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Weber State University professor Brian Davis died on Nov. 29 at age 59. Davis was an interfaith trailblazer, respected professor of business administration and a Century Institute scholar in the Goddard School of Business and Economics.
Davis was an active member in the local community as well as internationally. He did a lot of research in the local area, working for many religious communities, particularly focusing on the Muslim and Buddhist immigrant communities.
Davis traveled all over the world and worked with many charitable groups, including the Working Group on Poverty and Development for the World Council of Religious Leaders, and was on the advisory board of the United Nations, based in Bangkok, Thailand.
Davis’ identical twin brother, Davis campus vice provost Bruce Davis, said his brother always had an ability to unite communities together and was a committed pacifist.
“He was all around a really great man and he will be missed terribly,” he said. “He was a great brother . . . it leaves a big hole.”
Bruce Davis said he remembers a time he will always smile about when he was in Honolulu, Hawaii, attending a conference. While he and a few other board members were standing outside, a group of Hari Krishna dancers came down the street. All of a sudden, one of the dancers ran up to Bruce, calling him Brian and asking him to come dance with them.
“It startled my friends a bit, but it goes to show how known he was,” Bruce Davis said. “He was very ecumenical and worked with a lot of people in many faith traditions.”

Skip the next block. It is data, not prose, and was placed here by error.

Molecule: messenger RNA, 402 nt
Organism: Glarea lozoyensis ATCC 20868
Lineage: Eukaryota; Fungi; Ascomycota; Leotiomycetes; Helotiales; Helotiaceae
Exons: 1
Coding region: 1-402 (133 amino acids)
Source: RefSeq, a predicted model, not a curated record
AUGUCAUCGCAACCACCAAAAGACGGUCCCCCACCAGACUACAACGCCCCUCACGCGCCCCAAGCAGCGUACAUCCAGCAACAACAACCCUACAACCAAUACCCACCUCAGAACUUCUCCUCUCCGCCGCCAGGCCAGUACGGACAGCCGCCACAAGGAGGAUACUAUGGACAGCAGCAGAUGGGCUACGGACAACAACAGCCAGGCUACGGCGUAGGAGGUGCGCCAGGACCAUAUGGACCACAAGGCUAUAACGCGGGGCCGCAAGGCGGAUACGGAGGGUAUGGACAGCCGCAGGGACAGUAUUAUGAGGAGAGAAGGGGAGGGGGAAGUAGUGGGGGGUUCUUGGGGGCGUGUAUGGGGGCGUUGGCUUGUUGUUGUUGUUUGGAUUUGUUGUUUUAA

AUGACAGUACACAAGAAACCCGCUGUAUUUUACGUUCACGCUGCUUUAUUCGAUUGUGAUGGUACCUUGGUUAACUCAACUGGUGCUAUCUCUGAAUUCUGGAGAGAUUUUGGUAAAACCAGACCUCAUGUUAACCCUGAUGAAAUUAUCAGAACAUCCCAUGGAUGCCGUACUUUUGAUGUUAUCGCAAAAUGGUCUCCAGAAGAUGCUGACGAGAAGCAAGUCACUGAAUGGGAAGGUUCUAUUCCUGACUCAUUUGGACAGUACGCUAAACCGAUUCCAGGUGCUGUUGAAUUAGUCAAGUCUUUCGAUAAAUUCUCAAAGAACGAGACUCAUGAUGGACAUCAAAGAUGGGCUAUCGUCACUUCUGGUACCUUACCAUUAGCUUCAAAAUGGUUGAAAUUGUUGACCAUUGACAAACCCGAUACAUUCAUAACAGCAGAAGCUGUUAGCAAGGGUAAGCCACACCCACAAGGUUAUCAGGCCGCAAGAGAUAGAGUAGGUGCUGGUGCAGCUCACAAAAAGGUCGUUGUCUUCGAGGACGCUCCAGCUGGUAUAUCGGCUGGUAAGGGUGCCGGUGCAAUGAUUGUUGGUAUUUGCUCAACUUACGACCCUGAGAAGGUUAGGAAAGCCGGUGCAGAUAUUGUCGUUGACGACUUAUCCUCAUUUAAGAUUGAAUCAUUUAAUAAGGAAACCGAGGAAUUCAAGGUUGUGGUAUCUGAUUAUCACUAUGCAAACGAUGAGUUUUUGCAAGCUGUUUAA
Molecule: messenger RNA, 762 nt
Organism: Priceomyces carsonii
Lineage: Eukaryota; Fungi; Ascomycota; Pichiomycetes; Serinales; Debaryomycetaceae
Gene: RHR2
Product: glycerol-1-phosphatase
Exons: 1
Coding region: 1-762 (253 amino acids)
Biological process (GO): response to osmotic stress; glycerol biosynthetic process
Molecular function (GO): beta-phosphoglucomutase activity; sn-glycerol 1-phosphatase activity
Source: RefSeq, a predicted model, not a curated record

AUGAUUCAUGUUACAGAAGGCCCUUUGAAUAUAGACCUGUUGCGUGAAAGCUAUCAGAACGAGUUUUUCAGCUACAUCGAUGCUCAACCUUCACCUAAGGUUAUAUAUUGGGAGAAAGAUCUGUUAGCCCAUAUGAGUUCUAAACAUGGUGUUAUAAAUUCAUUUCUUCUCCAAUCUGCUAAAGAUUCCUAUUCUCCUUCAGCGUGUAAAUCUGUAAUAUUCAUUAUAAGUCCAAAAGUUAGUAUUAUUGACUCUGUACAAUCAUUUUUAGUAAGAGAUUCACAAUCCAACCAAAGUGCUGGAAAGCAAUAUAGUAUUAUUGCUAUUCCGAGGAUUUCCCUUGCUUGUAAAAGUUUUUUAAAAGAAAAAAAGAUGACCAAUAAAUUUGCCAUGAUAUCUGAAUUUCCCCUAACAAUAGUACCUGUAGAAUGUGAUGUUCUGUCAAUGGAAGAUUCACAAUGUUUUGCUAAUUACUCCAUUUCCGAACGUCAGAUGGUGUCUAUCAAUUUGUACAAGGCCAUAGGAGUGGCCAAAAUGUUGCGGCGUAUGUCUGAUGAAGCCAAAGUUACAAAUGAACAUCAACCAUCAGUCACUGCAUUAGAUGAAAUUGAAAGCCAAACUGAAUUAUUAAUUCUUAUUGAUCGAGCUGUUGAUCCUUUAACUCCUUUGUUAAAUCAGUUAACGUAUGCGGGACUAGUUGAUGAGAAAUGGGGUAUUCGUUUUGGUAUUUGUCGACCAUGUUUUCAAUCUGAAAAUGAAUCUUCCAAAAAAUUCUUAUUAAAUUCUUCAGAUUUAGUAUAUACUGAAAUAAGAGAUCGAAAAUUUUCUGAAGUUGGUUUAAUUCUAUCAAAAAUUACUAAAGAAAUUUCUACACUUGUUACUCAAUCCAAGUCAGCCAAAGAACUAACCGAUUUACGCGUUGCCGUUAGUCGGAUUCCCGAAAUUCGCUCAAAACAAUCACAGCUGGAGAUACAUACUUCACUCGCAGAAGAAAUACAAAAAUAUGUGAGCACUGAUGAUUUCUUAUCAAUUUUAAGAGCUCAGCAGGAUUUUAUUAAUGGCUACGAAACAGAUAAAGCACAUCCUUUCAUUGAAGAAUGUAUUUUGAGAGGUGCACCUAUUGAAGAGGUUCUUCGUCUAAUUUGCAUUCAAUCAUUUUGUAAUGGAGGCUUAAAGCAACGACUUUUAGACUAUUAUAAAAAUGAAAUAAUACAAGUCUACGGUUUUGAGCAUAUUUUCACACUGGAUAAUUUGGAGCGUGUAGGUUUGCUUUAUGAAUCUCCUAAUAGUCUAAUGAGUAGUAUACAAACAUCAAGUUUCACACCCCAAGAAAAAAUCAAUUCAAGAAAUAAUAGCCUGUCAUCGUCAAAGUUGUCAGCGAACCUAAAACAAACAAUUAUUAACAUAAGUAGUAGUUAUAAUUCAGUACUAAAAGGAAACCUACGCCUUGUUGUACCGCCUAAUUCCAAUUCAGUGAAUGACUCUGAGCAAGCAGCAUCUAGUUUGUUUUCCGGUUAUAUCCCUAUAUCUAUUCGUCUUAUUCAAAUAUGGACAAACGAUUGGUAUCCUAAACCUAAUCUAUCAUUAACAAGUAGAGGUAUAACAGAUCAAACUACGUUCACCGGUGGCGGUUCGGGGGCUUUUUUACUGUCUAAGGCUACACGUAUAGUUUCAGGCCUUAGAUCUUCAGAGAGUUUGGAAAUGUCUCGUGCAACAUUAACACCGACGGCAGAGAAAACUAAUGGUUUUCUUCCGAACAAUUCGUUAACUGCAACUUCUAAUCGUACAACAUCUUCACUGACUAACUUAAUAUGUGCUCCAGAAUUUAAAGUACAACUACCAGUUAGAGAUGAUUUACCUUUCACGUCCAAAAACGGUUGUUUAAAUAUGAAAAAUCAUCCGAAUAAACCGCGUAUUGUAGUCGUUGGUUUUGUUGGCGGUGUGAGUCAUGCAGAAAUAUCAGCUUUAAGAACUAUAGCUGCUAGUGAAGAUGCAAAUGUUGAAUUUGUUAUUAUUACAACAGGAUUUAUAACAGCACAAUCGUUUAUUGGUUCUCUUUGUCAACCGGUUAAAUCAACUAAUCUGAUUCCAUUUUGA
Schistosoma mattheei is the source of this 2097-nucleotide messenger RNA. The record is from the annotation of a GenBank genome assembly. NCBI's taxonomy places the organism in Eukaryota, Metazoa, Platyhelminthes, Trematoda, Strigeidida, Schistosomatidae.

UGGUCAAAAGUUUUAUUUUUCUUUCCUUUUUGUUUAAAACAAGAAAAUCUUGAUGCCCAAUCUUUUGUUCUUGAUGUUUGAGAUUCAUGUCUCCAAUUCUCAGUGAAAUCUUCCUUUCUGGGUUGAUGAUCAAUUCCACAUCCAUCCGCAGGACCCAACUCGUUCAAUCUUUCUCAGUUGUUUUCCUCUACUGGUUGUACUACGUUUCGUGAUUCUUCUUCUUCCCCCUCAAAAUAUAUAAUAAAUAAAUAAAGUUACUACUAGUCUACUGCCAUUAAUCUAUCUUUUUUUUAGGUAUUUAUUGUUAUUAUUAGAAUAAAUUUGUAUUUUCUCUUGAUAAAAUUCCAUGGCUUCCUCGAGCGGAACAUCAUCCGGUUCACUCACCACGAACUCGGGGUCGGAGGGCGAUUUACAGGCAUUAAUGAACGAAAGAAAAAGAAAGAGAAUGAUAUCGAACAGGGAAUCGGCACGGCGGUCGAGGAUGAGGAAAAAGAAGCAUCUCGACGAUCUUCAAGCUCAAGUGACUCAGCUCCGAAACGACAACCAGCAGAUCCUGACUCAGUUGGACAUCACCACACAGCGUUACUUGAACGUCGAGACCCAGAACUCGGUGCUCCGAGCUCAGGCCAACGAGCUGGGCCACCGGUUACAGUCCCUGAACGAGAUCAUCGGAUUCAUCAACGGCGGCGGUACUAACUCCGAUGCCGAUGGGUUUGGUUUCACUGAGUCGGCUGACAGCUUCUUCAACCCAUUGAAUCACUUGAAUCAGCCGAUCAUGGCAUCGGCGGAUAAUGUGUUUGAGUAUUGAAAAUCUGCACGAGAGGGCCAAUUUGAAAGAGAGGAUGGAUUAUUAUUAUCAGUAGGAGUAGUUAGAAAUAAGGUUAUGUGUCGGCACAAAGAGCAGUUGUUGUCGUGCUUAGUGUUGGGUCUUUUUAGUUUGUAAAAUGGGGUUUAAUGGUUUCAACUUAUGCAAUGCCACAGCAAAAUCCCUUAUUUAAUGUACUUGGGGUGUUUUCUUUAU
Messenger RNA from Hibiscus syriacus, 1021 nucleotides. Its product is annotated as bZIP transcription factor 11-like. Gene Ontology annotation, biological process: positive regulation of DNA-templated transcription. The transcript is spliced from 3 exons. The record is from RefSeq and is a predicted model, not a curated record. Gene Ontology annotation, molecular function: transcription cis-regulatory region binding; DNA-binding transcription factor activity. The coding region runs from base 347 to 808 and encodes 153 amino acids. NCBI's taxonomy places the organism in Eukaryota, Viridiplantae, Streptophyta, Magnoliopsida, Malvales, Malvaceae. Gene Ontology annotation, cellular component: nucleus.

Brian Davis was the adviser for the Muslim Student Association at WSU, and arranged for a Muslim prayer space on campus. He also served as secretary of the Utah Buddhist Association and was a member of the Episcopal Church of the Good Shepherd in Ogden. He was also the founding director of the MBA program and served on the WSU faculty for more than 25 years.
“Brian was one of the best people I’ve ever known. He was sincerely dedicated to improving life for others,” wrote Betty Bowman Kusnierz, WSU director of academic finance and administration, in a personal Facebook message. “He was an inspiration and has left a positive and lasting mark at WSU.”
Kusnierz worked closely with Brian Davis on budget-related issues and in processing his expenditures for the Presidential Distinguished Professor Award. She said that, in all her dealings with him, he always took the time to talk to her. “He expressed such a passion for what he did and clearly loved his work at Weber State.”
Brian Davis received the university’s Centennial Faculty Teaching Award, the University Academic Advising Award, and the George and Elizabeth Lowe Innovative Teaching Award. He was named the Rodney H. Brady Crystal Master Teacher in 2000, and he received WSU’s John S. Hinckley Award for excellence in teaching, service and scholarship in 2002.